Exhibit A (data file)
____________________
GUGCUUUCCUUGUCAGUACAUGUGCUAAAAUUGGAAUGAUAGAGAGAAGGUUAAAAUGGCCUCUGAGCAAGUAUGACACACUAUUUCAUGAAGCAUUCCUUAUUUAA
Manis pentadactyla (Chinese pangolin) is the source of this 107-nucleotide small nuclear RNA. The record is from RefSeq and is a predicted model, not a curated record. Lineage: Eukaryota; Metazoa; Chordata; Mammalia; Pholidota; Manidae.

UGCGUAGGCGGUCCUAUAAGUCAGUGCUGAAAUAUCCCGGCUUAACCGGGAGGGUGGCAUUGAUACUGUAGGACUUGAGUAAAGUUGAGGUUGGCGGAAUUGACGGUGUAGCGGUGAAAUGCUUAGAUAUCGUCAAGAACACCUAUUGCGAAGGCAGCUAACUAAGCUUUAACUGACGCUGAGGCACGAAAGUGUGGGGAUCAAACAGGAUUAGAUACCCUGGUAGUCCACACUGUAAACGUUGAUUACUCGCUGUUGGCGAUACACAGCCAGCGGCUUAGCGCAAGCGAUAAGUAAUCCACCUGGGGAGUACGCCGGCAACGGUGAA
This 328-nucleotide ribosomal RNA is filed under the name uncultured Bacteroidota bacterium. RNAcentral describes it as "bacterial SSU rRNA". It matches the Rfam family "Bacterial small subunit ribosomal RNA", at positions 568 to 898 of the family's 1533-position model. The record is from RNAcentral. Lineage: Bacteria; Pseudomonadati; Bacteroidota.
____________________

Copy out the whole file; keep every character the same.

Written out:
GUGCUUUCCUUGUCAGUACAUGUGCUAAAAUUGGAAUGAUAGAGAGAAGGUUAAAAUGGCCUCUGAGCAAGUAUGACACACUAUUUCAUGAAGCAUUCCUUAUUUAA
Manis pentadactyla (Chinese pangolin) is the source of this 107-nucleotide small nuclear RNA. The record is from RefSeq and is a predicted model, not a curated record. Lineage: Eukaryota; Metazoa; Chordata; Mammalia; Pholidota; Manidae.

UGCGUAGGCGGUCCUAUAAGUCAGUGCUGAAAUAUCCCGGCUUAACCGGGAGGGUGGCAUUGAUACUGUAGGACUUGAGUAAAGUUGAGGUUGGCGGAAUUGACGGUGUAGCGGUGAAAUGCUUAGAUAUCGUCAAGAACACCUAUUGCGAAGGCAGCUAACUAAGCUUUAACUGACGCUGAGGCACGAAAGUGUGGGGAUCAAACAGGAUUAGAUACCCUGGUAGUCCACACUGUAAACGUUGAUUACUCGCUGUUGGCGAUACACAGCCAGCGGCUUAGCGCAAGCGAUAAGUAAUCCACCUGGGGAGUACGCCGGCAACGGUGAA
This 328-nucleotide ribosomal RNA is filed under the name uncultured Bacteroidota bacterium. RNAcentral describes it as "bacterial SSU rRNA". It matches the Rfam family "Bacterial small subunit ribosomal RNA", at positions 568 to 898 of the family's 1533-position model. The record is from RNAcentral. Lineage: Bacteria; Pseudomonadati; Bacteroidota.